» This Story:Read +|Watch +| Comments

Thomas Boswell: Phillies' Moyer Hangs In Despite Some Lingering Doubts

After two miserable outings in the postseason, Jamie Moyer delivered a quality start in Saturday night's Game 3.
After two miserable outings in the postseason, Jamie Moyer delivered a quality start in Saturday night's Game 3. (By Elsa -- Getty Images)

Network News

X Profile
View More Activity
By Thomas Boswell
Monday, October 27, 2008

PHILADELPHIA Reprinted from yesterday's late editions

This Story
View All Items in This Story
View Only Top Items in This Story

In January, when the Redskins were in Seattle for a playoff game, one fan, dressed in Seahawks gear, waved a jersey over his head long before the game, exhorting the crowd. Somehow, the mad fellow found a way to hang on to a railing with one hand, brace himself with one foot against the stands and suspend himself above an entranceway so that the throngs entered the park beneath him. How young, how drunk, how crazy?

None of the above. It was Jamie Moyer.

Long a star pitcher for the Mariners, Moyer still lives in Seattle with his wife and seven children, but by the most excellent of accidents, he returned to his original home of Philadelphia in '06. On Saturday night in Game 3 of the World Series, he found himself hanging by one hand again, balanced precariously amid a roaring crowd, as he took the mound for the same Phillies he adored as a child. At the preposterous age of 45, after a lifetime of imagining exactly such a moment, Moyer found himself the fulcrum of this city's hopes in the World Series. And, after the Phillies' 5-4 victory Saturday night, if there is a Game 6, he may find himself there again.

Somebody, whirl a No. 50 jersey 'round and 'round and lead a cheer for Moyer. Saturday night, Moyer dragged a 13.50 postseason ERA behind him to the mound. Knocked out quickly and beaten badly in his two previous playoff starts, he merely faced Matt Garza of the Tampa Bay Rays, the fire-baller who was MVP of the ALCS.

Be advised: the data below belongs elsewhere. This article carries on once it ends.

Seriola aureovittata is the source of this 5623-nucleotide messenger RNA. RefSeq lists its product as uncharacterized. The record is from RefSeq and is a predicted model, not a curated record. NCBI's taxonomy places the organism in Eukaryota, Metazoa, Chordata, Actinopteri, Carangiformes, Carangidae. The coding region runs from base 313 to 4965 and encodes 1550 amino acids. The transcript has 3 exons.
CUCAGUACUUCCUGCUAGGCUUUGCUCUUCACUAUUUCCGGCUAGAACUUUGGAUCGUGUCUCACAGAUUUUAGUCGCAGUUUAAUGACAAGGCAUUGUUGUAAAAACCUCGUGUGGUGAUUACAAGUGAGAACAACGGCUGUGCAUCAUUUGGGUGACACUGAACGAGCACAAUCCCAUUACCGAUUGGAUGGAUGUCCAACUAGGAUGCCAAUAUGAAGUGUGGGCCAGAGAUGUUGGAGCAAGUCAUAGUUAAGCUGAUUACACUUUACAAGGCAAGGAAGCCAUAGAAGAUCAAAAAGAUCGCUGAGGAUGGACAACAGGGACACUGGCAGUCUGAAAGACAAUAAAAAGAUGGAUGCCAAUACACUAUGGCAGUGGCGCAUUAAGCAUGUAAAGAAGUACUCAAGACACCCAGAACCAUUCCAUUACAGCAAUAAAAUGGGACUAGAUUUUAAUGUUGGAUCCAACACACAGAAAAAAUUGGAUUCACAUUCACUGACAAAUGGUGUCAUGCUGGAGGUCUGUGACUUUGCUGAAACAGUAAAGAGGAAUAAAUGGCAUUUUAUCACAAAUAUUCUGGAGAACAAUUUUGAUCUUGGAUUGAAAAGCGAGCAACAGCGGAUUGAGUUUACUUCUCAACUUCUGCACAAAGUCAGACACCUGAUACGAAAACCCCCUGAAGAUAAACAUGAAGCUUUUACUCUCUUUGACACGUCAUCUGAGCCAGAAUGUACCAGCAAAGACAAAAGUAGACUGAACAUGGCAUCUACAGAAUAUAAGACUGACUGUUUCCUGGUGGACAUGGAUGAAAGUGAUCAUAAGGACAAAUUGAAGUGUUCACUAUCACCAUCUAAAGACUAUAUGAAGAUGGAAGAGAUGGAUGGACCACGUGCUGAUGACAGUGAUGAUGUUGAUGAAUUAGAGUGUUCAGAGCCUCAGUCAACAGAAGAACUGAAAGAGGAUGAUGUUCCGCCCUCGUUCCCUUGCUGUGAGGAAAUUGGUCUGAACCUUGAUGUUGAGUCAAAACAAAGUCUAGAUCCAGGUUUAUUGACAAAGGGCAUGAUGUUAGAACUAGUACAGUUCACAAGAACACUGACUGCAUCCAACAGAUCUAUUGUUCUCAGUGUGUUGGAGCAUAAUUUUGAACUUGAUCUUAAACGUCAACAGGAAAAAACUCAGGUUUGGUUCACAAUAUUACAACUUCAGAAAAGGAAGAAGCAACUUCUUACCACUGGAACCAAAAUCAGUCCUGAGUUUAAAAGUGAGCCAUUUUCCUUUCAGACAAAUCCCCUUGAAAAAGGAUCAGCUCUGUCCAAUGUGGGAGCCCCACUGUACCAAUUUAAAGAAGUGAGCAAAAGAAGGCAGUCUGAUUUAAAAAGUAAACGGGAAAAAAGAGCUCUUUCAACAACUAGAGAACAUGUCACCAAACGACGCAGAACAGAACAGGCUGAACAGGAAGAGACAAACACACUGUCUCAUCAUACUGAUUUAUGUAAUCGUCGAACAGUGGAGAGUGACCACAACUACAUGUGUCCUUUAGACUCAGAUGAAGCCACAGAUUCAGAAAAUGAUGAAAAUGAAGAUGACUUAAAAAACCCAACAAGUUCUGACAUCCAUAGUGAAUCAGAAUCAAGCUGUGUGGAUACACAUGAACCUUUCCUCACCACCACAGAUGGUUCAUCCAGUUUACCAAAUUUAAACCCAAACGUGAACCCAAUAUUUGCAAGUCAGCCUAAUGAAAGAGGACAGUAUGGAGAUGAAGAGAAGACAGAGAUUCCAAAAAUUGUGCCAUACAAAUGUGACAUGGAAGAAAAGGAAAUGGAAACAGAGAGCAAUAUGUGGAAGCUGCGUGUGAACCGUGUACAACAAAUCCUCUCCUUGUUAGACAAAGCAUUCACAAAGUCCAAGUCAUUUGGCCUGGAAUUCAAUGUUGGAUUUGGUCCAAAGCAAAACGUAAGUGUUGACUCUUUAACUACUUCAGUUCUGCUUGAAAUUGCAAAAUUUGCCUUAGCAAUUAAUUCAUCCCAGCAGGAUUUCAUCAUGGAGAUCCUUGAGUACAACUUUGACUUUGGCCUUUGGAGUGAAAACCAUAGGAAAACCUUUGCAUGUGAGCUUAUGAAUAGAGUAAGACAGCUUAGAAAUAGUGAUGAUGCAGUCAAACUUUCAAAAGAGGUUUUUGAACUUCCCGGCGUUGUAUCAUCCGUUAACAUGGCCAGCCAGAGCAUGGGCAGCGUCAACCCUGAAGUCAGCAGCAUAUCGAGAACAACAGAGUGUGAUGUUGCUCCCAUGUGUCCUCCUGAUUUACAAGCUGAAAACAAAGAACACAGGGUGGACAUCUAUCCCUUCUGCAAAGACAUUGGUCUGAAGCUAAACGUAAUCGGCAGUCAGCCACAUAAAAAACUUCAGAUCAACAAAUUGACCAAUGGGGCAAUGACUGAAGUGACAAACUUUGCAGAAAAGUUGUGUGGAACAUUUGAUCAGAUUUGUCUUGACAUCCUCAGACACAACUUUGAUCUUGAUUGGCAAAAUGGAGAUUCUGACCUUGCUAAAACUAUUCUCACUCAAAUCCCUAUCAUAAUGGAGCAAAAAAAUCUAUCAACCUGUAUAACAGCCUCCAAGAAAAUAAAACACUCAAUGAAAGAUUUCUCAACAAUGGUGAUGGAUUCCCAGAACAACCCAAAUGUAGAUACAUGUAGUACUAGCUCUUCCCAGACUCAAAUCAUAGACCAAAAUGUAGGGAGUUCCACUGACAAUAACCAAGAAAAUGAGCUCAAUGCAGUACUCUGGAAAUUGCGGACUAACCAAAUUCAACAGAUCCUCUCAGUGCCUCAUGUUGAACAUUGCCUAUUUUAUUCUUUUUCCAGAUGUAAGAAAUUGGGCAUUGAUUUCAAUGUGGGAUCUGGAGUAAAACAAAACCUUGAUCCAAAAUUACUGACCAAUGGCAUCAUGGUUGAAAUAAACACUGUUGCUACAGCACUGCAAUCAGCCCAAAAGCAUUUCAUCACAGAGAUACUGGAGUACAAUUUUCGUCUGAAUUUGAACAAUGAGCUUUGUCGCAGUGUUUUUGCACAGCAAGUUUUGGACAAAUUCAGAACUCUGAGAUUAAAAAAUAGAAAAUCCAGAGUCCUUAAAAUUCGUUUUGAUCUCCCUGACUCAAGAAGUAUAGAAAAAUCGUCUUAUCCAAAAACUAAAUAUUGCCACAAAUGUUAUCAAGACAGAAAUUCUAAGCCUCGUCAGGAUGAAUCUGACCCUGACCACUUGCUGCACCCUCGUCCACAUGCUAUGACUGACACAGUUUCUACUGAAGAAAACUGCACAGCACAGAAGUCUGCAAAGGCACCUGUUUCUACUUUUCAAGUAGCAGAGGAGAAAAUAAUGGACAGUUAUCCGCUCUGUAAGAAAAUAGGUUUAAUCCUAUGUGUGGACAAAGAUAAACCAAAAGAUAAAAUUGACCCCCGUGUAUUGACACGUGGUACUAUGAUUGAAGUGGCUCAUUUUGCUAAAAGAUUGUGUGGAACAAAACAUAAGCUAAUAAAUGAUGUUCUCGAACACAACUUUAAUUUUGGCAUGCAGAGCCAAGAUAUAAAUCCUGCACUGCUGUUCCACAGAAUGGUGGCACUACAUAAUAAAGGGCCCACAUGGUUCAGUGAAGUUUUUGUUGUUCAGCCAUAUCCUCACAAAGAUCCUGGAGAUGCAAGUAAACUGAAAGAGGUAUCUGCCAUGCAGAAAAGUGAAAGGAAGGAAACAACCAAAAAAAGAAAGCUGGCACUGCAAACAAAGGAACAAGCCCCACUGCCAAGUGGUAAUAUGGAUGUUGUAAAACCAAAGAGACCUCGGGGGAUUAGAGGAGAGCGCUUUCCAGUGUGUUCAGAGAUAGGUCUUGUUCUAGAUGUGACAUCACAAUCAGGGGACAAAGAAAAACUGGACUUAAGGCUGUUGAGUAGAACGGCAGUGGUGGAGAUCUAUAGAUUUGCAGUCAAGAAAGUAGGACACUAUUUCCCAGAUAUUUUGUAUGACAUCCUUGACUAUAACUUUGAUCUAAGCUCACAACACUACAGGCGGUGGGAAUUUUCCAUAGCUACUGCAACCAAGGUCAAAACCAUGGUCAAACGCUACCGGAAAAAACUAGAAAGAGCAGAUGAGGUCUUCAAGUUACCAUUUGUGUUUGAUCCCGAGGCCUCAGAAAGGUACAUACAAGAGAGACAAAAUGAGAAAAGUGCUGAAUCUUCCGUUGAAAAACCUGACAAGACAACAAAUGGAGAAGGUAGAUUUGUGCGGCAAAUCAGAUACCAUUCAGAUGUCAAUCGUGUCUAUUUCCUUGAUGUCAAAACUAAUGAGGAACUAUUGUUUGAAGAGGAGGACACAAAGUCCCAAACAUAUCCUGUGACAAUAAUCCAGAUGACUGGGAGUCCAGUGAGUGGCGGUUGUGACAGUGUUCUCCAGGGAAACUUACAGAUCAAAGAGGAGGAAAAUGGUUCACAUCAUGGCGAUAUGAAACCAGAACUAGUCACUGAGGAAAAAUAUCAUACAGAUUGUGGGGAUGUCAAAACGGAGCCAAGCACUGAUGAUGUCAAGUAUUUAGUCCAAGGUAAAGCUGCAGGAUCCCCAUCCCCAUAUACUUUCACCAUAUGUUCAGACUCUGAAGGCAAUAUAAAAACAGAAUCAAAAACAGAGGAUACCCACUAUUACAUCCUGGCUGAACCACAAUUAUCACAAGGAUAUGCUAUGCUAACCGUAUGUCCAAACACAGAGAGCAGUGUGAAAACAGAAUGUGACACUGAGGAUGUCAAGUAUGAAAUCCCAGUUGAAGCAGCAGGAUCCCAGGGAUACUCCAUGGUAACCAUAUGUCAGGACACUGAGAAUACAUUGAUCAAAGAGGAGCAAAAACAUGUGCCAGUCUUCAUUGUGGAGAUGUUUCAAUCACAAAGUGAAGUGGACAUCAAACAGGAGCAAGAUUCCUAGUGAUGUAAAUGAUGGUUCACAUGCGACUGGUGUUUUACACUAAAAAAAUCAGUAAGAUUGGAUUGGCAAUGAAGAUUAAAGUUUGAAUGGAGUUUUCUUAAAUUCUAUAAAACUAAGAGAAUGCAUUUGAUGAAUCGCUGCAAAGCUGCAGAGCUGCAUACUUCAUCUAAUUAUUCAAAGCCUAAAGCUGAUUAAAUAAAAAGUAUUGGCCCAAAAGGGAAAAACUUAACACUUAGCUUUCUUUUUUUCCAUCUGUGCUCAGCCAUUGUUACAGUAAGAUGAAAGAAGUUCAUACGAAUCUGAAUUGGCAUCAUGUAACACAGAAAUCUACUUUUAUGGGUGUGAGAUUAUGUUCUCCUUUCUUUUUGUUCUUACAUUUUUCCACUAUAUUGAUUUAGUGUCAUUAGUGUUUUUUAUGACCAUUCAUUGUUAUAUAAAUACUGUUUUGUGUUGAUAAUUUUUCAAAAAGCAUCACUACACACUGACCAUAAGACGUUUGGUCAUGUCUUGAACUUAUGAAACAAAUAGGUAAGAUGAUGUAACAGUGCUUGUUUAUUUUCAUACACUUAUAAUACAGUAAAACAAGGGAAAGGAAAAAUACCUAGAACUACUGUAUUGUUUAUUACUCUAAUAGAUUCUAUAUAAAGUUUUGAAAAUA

Throughout this town, the last 48 hours have been consumed with doubts about Moyer. Finally, after 246 career wins, was he just too old? Rusty from infrequent October use? The Phils' Achilles' heel, despite his 16-7 record in the regular season? Was this philanthropist, who has raised millions for his five different foundations, a fading fellow who should, for the good of the team and city, be removed from the rotation before calamity could strike again?

Moyer answered with a clutch performance that reprised the last 13 brilliant years of his career. One of the game's greatest late bloomers, he summoned every skill to hold the Rays to three runs in 6 1/3 innings.

But we'll get to that. Sometimes, to truly watch an athlete, you need a feeling for the person. And not just who he is, but where he finds himself on the day that the twists of his sport suddenly make him the man of the hour.

For 11 years, Moyer starred for the Mariners, including two 20-win seasons. After 22 seasons, his emotionless pitching demeanor and his speed-changing mastery are familiar. The oldest player in baseball, and this season the second-oldest pitcher ever to win 16 games, the southpaw seems stoic and cerebral, saving his energy as if he were an old man.

But that's all a ruse. He hides his emotions not because he has so few of them but because he has so many. Last season, when he won the NL East Division clincher on the last game of the regular season against the Nats, he held his 4-year-old son in his arms, champagne in his hair, and cried as he talked about how he'd skipped school as a high schooler in the Philly suburbs to take the subway to JFK Stadium for the 1980 World Series victory celebration, this city's only baseball championship.

People hung from lampposts that day, climbed trees, waved Phils jerseys, he said. A lot, actually, like what he did the day Seattle beat the Redskins. The real Moyer is not a creaky oldster but a health and workout zealot who has no trouble keeping up with 30-year-old teammates.

Seldom does a man, especially a world-class athlete, admit that one isolated game is the most important of his life and, perhaps, the only game for which he will be lastingly remembered. But Moyer had no choice here. It's obvious. "This is something I've been dreaming about my whole life," said Moyer. "It's been a long wait. I'm trying to enjoy this, trying to take it all in, realize where I am. It's special."


CONTINUED     1        >

» This Story:Read +|Watch +| Comments
© 2008 The Washington Post Company

Network News

X My Profile
View More Activity